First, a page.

They wouldn't have any of that, so they washed my hair, but mixed it with hot water they boiled in the kettle. That was very nice of them. We had finished and still the electricity was not back on. In true Turkish fashion, they were quick to find a solution and called another salon a few blocks away to see if they had electricity and if we could finish up there. So, me with my head wrapped in a towel, my kuafor with his box of scissors and one of his assistants jumped in his car and went to another place. However, of course just as we were about to arrive he got a call. The electricity came back on. That wasn't so bad, and I got a little tour of the neighborhood nearby where I used to live that I wouldn't have seen otherwise.
In addition to this, I had another surprise waiting for me. Suat's birthday is the same day as my husband's, which happens to be the day after mine. Every year he remembers that and they've given me flowers, or done something to celebrate. Since I don't live in Istanbul, we celebrated early and he sent out one of his guys to buy a bottle of wine. So, I got to enjoy my hair cut with a nice glass of Turkish white wine. Very thoughtful, and very excellent, personalized service that you won't find anywhere else! When something is good in Turkey, its really good and this is a true example of how hard working and entrepreneurial they can be.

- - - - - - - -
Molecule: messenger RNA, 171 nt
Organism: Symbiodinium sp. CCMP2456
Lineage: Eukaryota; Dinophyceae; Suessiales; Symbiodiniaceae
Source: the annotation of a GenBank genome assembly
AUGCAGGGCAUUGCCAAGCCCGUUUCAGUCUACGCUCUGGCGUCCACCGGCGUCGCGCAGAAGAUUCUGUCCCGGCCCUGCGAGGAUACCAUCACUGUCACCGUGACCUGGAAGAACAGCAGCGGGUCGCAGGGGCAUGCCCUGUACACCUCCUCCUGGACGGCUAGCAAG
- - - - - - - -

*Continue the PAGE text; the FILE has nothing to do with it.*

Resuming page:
Of course we have a special relationship as we've known each other for several years and through several salons, several colors and hair styles, life events - births, deaths.... I realize Turkish women have a very special relationship with their kuafor. When they are seeing them at least once a week, or maybe more as I am not sure what the average statistic is for weekly visits, they become a part of your life. Women put a lot of trust in them - both physically and perhaps psychologically as they share a lot of personal information with them over time.